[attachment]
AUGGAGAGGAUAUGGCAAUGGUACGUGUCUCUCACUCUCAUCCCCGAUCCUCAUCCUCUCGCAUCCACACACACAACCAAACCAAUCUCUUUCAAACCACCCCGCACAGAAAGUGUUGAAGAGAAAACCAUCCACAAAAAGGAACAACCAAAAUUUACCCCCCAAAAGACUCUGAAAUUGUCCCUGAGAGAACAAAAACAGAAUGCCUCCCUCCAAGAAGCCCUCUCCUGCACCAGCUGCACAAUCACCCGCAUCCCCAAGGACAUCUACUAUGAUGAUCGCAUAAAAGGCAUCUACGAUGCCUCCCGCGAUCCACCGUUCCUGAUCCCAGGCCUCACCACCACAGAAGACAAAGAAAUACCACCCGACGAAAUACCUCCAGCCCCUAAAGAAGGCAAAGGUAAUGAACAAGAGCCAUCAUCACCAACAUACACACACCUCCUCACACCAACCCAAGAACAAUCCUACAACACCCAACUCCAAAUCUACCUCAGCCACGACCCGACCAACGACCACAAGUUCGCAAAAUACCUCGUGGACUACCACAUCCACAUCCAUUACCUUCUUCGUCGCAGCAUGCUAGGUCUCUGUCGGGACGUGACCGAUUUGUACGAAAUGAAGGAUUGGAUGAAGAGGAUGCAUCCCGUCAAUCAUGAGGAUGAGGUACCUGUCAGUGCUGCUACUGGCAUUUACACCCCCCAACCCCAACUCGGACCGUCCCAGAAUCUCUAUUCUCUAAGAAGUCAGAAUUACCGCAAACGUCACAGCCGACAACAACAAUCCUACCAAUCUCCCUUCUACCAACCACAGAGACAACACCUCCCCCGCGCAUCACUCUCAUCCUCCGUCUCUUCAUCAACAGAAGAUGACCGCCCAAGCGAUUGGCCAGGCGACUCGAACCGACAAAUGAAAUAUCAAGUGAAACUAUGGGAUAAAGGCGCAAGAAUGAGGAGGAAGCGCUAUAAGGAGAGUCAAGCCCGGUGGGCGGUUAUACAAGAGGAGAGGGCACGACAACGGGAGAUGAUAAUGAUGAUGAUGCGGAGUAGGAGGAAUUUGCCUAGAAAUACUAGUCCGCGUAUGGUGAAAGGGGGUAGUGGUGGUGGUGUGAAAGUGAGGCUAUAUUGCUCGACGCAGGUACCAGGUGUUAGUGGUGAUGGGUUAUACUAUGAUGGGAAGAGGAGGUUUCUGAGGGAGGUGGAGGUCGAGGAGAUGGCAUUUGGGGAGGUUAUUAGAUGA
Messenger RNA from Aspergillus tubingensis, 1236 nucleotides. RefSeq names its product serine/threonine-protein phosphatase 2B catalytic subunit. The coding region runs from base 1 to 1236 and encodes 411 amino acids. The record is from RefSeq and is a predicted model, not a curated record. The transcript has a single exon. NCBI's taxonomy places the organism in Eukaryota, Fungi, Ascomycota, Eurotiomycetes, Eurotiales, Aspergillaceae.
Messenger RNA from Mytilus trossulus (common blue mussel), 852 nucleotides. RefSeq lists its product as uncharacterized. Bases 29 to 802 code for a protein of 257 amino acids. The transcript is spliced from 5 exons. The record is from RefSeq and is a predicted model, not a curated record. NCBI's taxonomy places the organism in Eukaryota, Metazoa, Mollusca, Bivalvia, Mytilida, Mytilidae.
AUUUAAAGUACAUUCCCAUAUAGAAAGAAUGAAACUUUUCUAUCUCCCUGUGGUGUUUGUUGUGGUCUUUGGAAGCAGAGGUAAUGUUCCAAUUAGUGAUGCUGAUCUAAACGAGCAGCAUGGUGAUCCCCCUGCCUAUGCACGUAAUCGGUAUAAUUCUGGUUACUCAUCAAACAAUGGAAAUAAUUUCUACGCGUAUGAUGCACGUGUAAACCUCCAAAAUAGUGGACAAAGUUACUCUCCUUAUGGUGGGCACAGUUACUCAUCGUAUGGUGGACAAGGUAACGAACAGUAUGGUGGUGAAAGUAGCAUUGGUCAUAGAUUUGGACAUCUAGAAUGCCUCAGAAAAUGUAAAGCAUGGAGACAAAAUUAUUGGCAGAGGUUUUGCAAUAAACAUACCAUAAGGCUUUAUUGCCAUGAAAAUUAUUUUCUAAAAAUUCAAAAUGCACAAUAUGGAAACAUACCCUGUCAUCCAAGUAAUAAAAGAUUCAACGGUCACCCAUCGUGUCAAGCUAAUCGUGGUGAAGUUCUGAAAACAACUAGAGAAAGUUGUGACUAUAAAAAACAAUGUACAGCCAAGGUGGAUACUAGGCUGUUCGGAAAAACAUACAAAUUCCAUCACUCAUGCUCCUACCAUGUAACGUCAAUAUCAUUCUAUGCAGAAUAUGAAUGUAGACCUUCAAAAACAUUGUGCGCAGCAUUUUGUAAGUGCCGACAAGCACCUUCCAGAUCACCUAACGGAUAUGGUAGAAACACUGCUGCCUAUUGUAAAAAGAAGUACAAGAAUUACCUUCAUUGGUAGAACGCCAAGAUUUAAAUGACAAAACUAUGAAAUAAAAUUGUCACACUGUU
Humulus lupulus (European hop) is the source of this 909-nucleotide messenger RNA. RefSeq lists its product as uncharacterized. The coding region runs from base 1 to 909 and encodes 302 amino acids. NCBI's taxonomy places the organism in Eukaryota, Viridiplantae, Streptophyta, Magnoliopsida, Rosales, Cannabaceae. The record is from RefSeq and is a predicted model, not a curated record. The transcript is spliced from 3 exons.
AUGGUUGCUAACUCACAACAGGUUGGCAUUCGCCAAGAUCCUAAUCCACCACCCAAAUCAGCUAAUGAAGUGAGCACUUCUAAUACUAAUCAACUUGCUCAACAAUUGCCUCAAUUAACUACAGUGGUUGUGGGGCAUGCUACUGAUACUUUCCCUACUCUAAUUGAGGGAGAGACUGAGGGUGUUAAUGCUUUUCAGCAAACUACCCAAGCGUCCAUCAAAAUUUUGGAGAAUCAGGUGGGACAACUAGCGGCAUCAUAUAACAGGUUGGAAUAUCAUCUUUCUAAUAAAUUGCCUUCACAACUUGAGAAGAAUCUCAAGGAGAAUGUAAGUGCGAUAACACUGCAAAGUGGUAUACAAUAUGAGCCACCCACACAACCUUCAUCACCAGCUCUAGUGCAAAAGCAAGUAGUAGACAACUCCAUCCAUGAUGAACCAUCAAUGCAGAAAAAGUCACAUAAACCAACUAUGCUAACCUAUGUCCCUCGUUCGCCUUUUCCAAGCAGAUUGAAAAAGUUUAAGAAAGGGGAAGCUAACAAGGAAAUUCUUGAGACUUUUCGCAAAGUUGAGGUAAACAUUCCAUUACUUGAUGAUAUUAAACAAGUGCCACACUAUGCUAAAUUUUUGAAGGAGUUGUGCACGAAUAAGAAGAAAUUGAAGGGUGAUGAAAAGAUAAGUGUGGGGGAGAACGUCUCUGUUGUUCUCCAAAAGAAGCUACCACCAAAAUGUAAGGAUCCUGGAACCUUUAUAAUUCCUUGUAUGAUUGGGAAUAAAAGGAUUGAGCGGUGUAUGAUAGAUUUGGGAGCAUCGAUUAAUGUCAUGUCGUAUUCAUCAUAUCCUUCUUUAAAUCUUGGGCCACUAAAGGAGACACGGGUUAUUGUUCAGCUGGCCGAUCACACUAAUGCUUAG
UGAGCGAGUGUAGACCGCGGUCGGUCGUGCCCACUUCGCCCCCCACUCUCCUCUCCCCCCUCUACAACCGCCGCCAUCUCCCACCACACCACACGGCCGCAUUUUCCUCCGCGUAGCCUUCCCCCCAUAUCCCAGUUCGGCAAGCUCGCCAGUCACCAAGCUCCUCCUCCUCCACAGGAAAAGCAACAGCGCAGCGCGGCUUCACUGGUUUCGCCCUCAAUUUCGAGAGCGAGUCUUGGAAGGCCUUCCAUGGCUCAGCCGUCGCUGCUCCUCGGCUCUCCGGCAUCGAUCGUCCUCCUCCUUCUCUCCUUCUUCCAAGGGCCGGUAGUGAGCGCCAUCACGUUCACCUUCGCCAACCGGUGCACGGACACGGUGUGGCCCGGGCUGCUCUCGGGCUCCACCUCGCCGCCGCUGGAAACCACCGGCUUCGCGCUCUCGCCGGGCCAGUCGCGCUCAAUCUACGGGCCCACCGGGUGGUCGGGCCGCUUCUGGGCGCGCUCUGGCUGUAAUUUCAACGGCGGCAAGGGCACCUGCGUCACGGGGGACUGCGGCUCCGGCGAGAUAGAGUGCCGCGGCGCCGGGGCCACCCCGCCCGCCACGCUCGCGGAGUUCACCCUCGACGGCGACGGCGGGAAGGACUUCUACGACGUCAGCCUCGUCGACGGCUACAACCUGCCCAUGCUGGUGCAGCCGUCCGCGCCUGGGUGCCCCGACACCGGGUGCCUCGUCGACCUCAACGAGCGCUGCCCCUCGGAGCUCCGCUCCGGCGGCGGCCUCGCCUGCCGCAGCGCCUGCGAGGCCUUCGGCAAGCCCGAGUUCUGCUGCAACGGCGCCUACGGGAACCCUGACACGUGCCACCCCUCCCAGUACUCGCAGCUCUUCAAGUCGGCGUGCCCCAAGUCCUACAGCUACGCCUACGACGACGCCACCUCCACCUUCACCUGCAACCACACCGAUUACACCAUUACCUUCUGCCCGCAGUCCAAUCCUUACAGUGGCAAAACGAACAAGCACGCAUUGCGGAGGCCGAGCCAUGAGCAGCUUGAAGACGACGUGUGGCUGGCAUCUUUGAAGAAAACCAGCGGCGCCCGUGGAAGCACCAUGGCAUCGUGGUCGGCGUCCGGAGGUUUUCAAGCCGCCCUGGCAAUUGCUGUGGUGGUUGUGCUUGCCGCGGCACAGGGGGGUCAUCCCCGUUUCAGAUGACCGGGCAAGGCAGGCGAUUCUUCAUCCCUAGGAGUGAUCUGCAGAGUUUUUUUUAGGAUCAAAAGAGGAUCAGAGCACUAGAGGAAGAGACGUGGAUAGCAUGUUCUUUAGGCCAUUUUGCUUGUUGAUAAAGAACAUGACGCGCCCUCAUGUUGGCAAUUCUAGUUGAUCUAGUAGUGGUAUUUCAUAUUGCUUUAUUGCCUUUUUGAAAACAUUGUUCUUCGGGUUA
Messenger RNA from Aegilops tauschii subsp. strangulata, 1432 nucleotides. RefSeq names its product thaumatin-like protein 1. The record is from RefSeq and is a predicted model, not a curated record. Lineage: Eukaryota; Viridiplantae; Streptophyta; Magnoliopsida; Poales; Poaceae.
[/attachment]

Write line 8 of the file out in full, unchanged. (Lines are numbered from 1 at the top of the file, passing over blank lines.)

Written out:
Messenger RNA from Aegilops tauschii subsp. strangulata, 1432 nucleotides. RefSeq names its product thaumatin-like protein 1. The record is from RefSeq and is a predicted model, not a curated record. Lineage: Eukaryota; Viridiplantae; Streptophyta; Magnoliopsida; Poales; Poaceae.